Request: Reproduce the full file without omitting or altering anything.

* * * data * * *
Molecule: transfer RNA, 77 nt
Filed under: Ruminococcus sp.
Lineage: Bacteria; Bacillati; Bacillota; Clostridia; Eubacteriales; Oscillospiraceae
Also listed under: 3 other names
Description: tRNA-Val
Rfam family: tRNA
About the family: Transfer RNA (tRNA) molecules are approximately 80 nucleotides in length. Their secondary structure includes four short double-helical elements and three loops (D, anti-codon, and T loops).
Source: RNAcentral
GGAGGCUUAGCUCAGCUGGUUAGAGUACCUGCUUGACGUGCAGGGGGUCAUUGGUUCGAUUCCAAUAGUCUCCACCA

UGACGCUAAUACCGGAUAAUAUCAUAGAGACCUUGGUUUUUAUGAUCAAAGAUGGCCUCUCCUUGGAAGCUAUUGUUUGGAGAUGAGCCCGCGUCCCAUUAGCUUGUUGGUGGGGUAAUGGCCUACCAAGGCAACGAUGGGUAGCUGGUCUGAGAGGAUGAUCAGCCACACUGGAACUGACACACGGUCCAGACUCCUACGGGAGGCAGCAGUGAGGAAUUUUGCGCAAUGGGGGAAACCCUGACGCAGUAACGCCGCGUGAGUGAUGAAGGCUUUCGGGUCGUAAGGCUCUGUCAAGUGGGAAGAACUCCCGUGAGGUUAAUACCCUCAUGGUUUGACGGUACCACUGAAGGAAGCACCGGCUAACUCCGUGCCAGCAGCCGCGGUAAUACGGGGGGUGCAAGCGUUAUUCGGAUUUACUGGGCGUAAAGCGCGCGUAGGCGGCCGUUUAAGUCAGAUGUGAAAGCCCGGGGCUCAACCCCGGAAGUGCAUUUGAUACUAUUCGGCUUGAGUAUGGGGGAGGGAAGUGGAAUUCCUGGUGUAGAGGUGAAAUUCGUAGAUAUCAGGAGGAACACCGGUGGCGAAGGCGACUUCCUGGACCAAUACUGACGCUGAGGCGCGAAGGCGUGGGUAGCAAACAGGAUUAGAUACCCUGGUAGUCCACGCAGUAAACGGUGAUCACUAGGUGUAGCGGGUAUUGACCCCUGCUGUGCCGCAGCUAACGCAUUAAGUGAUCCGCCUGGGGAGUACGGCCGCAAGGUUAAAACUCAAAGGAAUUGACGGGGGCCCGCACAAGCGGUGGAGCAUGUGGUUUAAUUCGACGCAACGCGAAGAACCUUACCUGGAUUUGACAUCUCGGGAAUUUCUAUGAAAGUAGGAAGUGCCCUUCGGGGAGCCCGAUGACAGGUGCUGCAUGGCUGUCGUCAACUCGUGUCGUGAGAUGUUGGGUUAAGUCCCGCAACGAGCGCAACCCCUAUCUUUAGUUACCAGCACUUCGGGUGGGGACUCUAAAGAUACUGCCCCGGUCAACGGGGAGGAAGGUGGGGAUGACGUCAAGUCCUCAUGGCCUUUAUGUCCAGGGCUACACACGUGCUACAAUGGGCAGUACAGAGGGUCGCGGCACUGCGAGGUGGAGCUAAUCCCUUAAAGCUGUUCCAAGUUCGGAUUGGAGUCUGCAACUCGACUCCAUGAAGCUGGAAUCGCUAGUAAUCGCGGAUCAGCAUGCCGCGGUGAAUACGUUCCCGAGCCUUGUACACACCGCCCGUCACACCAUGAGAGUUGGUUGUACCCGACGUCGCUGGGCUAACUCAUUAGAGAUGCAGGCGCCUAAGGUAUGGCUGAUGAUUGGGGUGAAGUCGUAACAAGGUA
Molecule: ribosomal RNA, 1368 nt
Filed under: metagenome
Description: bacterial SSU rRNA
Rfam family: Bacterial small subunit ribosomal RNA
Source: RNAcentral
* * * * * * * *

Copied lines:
Molecule: transfer RNA, 77 nt
Filed under: Ruminococcus sp.
Lineage: Bacteria; Bacillati; Bacillota; Clostridia; Eubacteriales; Oscillospiraceae
Also listed under: 3 other names
Description: tRNA-Val
Rfam family: tRNA
About the family: Transfer RNA (tRNA) molecules are approximately 80 nucleotides in length. Their secondary structure includes four short double-helical elements and three loops (D, anti-codon, and T loops).
Source: RNAcentral
GGAGGCUUAGCUCAGCUGGUUAGAGUACCUGCUUGACGUGCAGGGGGUCAUUGGUUCGAUUCCAAUAGUCUCCACCA

UGACGCUAAUACCGGAUAAUAUCAUAGAGACCUUGGUUUUUAUGAUCAAAGAUGGCCUCUCCUUGGAAGCUAUUGUUUGGAGAUGAGCCCGCGUCCCAUUAGCUUGUUGGUGGGGUAAUGGCCUACCAAGGCAACGAUGGGUAGCUGGUCUGAGAGGAUGAUCAGCCACACUGGAACUGACACACGGUCCAGACUCCUACGGGAGGCAGCAGUGAGGAAUUUUGCGCAAUGGGGGAAACCCUGACGCAGUAACGCCGCGUGAGUGAUGAAGGCUUUCGGGUCGUAAGGCUCUGUCAAGUGGGAAGAACUCCCGUGAGGUUAAUACCCUCAUGGUUUGACGGUACCACUGAAGGAAGCACCGGCUAACUCCGUGCCAGCAGCCGCGGUAAUACGGGGGGUGCAAGCGUUAUUCGGAUUUACUGGGCGUAAAGCGCGCGUAGGCGGCCGUUUAAGUCAGAUGUGAAAGCCCGGGGCUCAACCCCGGAAGUGCAUUUGAUACUAUUCGGCUUGAGUAUGGGGGAGGGAAGUGGAAUUCCUGGUGUAGAGGUGAAAUUCGUAGAUAUCAGGAGGAACACCGGUGGCGAAGGCGACUUCCUGGACCAAUACUGACGCUGAGGCGCGAAGGCGUGGGUAGCAAACAGGAUUAGAUACCCUGGUAGUCCACGCAGUAAACGGUGAUCACUAGGUGUAGCGGGUAUUGACCCCUGCUGUGCCGCAGCUAACGCAUUAAGUGAUCCGCCUGGGGAGUACGGCCGCAAGGUUAAAACUCAAAGGAAUUGACGGGGGCCCGCACAAGCGGUGGAGCAUGUGGUUUAAUUCGACGCAACGCGAAGAACCUUACCUGGAUUUGACAUCUCGGGAAUUUCUAUGAAAGUAGGAAGUGCCCUUCGGGGAGCCCGAUGACAGGUGCUGCAUGGCUGUCGUCAACUCGUGUCGUGAGAUGUUGGGUUAAGUCCCGCAACGAGCGCAACCCCUAUCUUUAGUUACCAGCACUUCGGGUGGGGACUCUAAAGAUACUGCCCCGGUCAACGGGGAGGAAGGUGGGGAUGACGUCAAGUCCUCAUGGCCUUUAUGUCCAGGGCUACACACGUGCUACAAUGGGCAGUACAGAGGGUCGCGGCACUGCGAGGUGGAGCUAAUCCCUUAAAGCUGUUCCAAGUUCGGAUUGGAGUCUGCAACUCGACUCCAUGAAGCUGGAAUCGCUAGUAAUCGCGGAUCAGCAUGCCGCGGUGAAUACGUUCCCGAGCCUUGUACACACCGCCCGUCACACCAUGAGAGUUGGUUGUACCCGACGUCGCUGGGCUAACUCAUUAGAGAUGCAGGCGCCUAAGGUAUGGCUGAUGAUUGGGGUGAAGUCGUAACAAGGUA
Molecule: ribosomal RNA, 1368 nt
Filed under: metagenome
Description: bacterial SSU rRNA
Rfam family: Bacterial small subunit ribosomal RNA
Source: RNAcentral